We demonstrated in 1994 that restaurant ice tea often contained extremely high numbers of coliform. Here are some plates of restaurant ice tea (0.1 mL each) one from July 2001 , and another from July 2000 . These contain so many bacteria that they could not be accurately counted, but we estimate that they contain between 500,000 and 1 million bacteria per 100 mL, most of which are coliform. The standard for drinking water is 5 coliform per 100 mL, and for recreational waters, 5,000/100 mL. It would be illegal to swim in these samples of ice tea.


Here is a picture of an EMB lactose plate on which was plated out only 0.05 mL of “treated” sewage from the Nine Mile Sewage Treatment plant outfall . Here is a MaConkey Agar plate containing 0.2 mL of Ohio River water taken on the same day. Notice that the bacterial count is MUCH lower than that of ice tea…

Hemolytic Streptoccus Detection

Hemolytic Streptoccus Detection by throat Culture

The Streptococci cause more disease than any other single group of bacteria. They are aerotolerant, but do not use O2 and lack catalase. Most streptococci are non-pathogenic, including lactic acid fermenters found in fermented milk products such as yogurt, buttermilk and sour cream.


(The image is of Streptococcus pyogenes at 1000x, stained with methylene blue.)

Pathogenic strains of strep are characterized by two traits:

1. HEMOLYSIS: Pathogenic strains produce the exotoxin streptolysin which causes the complete lysis of red blood cells. When these strains are grown on blood agar, their colonies are surrounded by a yellowish halo of complete clearing on a background of the bright red agar, called beta hemolysis. Some strains produce partial hemolysis on blood agar, and produce turbid halos with a greenish cast around the colonies, termed alpha hemolysis. Those strains which produce no lysis are termed (for some reason) gamma hemolytic. Here is a labeled image displaying both alpha and beta hemolysis.

2. ANTIGENICITY: The M protein is part of the cell wall, and functions to mediate attachment and to resist phagocytosis. These M proteins have been serologically classified by Rebecca Lancefield into groups A through O. Pathogenic strains of strep are limited to those which carry the group A antigen.
Thus, pathogenic strep is Group A, beta hemolytic. Streptococcus pyogenes is most common member of this group. It causes a wide variety of diseases including:
Strep throat: beefy red pharynx, fever, sore throat (80% Strep infections are asymptomatic)
Puerperal fever: infection of the uterus following contamination during childbirth.
Rheumatic fever occurs in 3% of untreated strep-infected children with febrile exudative pharyngitis, and is thought to be an autoimmune manifestation. One to five weeks following a strep infection the sequelae may include rheumatoid arthritis, endocarditis, and/or pyelonephritis.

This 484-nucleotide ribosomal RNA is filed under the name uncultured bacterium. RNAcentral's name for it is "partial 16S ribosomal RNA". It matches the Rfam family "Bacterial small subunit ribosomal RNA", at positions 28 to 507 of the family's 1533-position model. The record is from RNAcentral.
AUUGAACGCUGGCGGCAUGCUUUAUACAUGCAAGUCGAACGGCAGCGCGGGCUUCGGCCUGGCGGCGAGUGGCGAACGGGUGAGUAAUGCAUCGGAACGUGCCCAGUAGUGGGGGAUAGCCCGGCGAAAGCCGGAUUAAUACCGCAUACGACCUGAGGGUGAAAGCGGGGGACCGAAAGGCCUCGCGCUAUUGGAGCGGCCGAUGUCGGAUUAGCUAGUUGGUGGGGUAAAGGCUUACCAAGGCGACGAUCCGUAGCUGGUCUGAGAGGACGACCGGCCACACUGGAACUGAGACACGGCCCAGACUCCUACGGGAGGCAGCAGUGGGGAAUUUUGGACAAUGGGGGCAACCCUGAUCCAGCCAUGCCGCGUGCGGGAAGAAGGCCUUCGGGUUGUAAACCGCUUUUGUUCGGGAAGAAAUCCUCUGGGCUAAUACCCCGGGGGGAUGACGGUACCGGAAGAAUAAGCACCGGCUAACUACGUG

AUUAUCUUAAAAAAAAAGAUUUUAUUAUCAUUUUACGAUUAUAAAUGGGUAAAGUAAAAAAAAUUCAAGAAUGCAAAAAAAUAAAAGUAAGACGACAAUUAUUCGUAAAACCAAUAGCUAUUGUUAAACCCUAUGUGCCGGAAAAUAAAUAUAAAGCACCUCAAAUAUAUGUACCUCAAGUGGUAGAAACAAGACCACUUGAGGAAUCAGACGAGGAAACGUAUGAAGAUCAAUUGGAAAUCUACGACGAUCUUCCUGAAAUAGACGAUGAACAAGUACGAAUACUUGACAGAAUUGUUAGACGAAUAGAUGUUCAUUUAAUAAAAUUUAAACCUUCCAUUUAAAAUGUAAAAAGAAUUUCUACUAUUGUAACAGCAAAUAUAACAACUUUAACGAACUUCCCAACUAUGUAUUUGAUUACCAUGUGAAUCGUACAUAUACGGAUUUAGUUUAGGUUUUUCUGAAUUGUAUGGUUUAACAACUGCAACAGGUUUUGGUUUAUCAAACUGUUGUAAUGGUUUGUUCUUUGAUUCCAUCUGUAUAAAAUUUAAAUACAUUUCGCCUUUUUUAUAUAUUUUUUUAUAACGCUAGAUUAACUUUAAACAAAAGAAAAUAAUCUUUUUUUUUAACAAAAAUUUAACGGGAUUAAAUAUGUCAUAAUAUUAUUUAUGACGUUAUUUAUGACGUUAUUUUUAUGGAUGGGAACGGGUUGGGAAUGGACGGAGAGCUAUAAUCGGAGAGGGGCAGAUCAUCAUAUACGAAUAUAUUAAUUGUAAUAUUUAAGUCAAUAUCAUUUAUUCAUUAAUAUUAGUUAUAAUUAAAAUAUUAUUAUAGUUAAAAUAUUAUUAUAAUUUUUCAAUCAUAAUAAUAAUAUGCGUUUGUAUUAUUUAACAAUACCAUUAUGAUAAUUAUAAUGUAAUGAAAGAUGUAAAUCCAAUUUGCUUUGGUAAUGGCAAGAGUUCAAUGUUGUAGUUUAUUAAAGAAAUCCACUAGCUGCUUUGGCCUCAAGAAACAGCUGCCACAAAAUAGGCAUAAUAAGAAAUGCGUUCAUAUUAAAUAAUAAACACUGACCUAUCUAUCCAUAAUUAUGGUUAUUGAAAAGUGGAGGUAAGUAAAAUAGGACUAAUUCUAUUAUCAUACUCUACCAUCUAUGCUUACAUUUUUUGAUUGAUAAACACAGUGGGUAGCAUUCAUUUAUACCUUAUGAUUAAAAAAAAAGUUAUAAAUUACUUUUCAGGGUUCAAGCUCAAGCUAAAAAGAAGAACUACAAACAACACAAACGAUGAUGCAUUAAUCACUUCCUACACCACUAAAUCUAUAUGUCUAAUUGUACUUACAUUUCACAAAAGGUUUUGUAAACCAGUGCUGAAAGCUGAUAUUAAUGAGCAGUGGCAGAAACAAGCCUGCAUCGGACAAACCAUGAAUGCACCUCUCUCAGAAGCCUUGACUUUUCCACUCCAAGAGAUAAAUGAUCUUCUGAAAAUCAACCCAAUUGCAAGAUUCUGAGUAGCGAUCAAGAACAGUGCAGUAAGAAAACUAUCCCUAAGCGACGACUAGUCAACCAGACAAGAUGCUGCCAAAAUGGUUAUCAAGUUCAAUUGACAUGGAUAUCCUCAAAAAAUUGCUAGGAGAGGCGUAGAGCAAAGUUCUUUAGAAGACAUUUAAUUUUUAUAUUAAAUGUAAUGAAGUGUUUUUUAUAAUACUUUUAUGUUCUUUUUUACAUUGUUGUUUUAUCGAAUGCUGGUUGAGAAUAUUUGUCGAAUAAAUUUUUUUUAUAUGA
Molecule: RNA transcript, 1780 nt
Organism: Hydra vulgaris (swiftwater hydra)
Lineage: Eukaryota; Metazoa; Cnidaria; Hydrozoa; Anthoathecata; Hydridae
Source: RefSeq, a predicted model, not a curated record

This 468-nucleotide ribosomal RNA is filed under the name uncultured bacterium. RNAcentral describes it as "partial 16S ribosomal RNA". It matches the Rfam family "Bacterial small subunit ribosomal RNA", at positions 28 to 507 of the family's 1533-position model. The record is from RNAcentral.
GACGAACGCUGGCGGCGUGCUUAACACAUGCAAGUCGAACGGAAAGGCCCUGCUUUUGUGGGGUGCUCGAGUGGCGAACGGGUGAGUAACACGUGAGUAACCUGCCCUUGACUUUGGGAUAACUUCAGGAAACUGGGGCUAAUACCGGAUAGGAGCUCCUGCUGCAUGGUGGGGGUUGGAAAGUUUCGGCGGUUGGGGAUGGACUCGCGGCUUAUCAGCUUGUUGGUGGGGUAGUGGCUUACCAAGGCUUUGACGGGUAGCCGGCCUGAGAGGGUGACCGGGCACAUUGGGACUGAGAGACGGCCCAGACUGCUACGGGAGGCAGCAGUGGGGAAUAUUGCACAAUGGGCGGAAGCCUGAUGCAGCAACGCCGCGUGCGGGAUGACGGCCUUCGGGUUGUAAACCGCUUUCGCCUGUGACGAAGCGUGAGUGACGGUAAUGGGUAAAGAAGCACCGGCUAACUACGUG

We will learn to perform a diagnostic test for beta hemolysis on blood agar in which a plate is inoculated with a throat swab (of the oropharynx and palatine tonsils) and incubated at 35C. Presence of nunerous colonies with the beta hemolytic reaction on the plate strongly suggests strep throat.


Illustrate the structure of the oropharynx, including palatine tonsils, soft palate, oropharynx and the uvula. Review the subject in an anatomy text. Click on the image to see a labeled view of the oral cavity.

well-focused light to illuminate oropharynx
Tongue depressors, sterile
Sterile swabs, 15 cm long
Blood Agar Plates
fresh culture of Streptococcus pyogenes
Incubator, 35C

1. SETUP: For right handed persons: Position subject around the corner at the right end of desk, with the light to your left so light will project on rear of throat .
2. Have subject comfortably open mouth, relax tongue, insert depressor all the way to the rear of tongue and depress entire tongue to hold out of way .
3. TAKE SPECIMEN: Have subject say “Aaaah” and GENTLY swab across the rear of the oropharynx and tonsils (suspended on either side of the oropharynx) if present.
4. APPLY TO BLOOD AGAR PLATE: Swab the specimen across one half of the surface of a Blood Agar Plate, rolling the swab as you sweep it across, then stab almost to the bottom of the agar several times at the origin of the streak. Swab a known culture of Streptococcus pyogenes on the other half of the plate as a positive control.
5. INCUBATE: Place the plate agar side up at 35C for 24 hrs.
6. SCORE THE PLATE: Examine the plate for hemolysis, record results. Handle with careful attention to aseptic technique, since known pathogens are growing on the plates.

Here are a few pictures of hemolytric reactions:


Blood agar plate with Streptococcus pyogenes streaked at the top and a throat swab on the bottom. Note the clarity of the clearing around the S. pyogenes colonies, and the characteristic greenish turbidity of alpha hemolysis in the throat swab.

beta hemolysis